College Sports

Jesernig's season goes sideways, but that’s good

This is the summer Brad Jesernig reinvented himself as a pitcher.

Following the advice of his pitching coach at Pepperdine, Jesernig, an all-league performer when he was at Capital High School, dropped to a sidearm motion while throwing in a summer league in New York.

And instead of losing speed on his fastball, which is typically what happens to pitchers dropping down on their delivery, Jesernig actually added speed. His fastball was clocked at 92 mph.

“It’s just something I wanted to work on and it seemed like a good time to do it,” Jesernig said. “It felt natural.”

Jesernig’s statistics tell a flattering story. In 15 games as a closer, he finished with a 3.14 ERA and opponents batted .206 against him while he pitched for the Saratoga Phillies of the New York Collegiate Baseball League. He was named to the all-league first team.

“Throwing sidearm seems to be harder for batters to pick up,” said Jesernig, who in June drove across the country in his pickup with his dad, Jim, to pitch in Saratoga. “I like it.”

However, Jesernig didn’t get off to a fantastic start. He blew his first save. But rather than getting bumped to middle relief, he kept his job as the closer and ended up with nine saves.

“Coaches gave me a shot and they stuck with me,” Jesernig said. “In the summer leagues, it’s harder to blow a save. If you have a lead, batters are trying to be heroes and they’re taking big swings, swings they don’t usually take.”

Jesernig dropped his curveball because it was hard to throw sidearm, but he still succeeded despite throwing just two pitches – a fastball and a slider. He said he’ll try to add a change-up or the curve before next season starts.

“I made sure the two pitches were quality pitches each time,” Jesernig said.

Over the summer, Jesernig had a free membership to a gym in Saratoga and he hit the weight room hard every day, adding to his strength and speed to his fastball. He’d work out and then go straight to games.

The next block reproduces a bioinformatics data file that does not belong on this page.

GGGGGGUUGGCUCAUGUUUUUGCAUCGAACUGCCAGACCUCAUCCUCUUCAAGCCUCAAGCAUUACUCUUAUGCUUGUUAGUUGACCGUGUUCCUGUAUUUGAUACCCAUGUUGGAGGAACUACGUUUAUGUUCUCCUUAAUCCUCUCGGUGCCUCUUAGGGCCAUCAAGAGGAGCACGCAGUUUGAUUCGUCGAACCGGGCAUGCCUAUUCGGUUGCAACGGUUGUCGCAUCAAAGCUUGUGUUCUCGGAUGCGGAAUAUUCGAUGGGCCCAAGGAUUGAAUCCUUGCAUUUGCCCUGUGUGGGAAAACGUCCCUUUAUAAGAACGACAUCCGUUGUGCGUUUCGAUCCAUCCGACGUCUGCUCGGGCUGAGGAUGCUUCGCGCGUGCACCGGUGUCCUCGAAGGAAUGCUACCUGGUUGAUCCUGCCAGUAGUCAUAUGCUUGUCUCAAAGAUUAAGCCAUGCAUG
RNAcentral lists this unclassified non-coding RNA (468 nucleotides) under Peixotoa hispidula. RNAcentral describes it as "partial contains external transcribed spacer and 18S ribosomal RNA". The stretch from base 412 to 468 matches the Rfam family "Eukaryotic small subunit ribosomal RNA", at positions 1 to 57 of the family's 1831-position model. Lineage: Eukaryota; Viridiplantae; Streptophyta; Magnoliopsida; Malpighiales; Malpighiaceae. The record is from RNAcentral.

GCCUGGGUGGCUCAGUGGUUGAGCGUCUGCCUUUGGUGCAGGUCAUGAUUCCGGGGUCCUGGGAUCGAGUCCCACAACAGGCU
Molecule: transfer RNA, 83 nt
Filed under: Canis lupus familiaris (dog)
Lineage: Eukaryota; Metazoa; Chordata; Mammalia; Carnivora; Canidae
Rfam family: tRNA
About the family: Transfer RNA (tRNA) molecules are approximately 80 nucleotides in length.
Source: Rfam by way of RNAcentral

“When it comes to mechanics, it was me,” Jesernig said. “It felt right.”

It showed. After he reshirted in 2008 at Pepperdine, Jesernig pitched 112/3 innings in seven relief appearances this spring as a freshman. Opponents batted .244 and he had a 6.94 ERA with 11 strikeouts.

His summer league performance was a vast improvement.

Jesernig attributes part of his success to something not baseball related.

“With what my teammates said about their host families, I was fortunate. I had a good host family,” Jesernig said. “One guy had kind of a weird host family.”

Jesernig is getting used to summers away from home. Last summer, he played in Hawaii.

THROWING STRIKES

Adam Conley had a summer he won’t likely forget soon.

The Olympia grad, who’ll be a sophomore at Washington State University, didn’t give up an earned run while pitching in the New England Collegiate Baseball League.

He gave up one unearned run in 34 innings pitched with the Keene (N.H.) Swampbats. He finished the regular season 2-0, but the unearned run he allowed in the first inning of a 5-4 playoff loss handed him the defeat.

THROWING AND RUNNING

Jesse Elvrom, a Yelm graduate who placed third at the state decathlon meet in June, has accepted a track scholarship to Sacramento State.

He’ll compete in the decathlon and javelin.

Yelm coach Mike Strong said Elvrom has a bright future in both events but believes Elvrom has a bigger upside with the javelin.

“He’s plenty athletic,” Strong said. “He has real good prospects in whatever he does. He’ll have to figure it out on what he does. He could be in the top five in the country in the javelin.”

Gail Wood: 360-754-5443

gwood@theolympian.com

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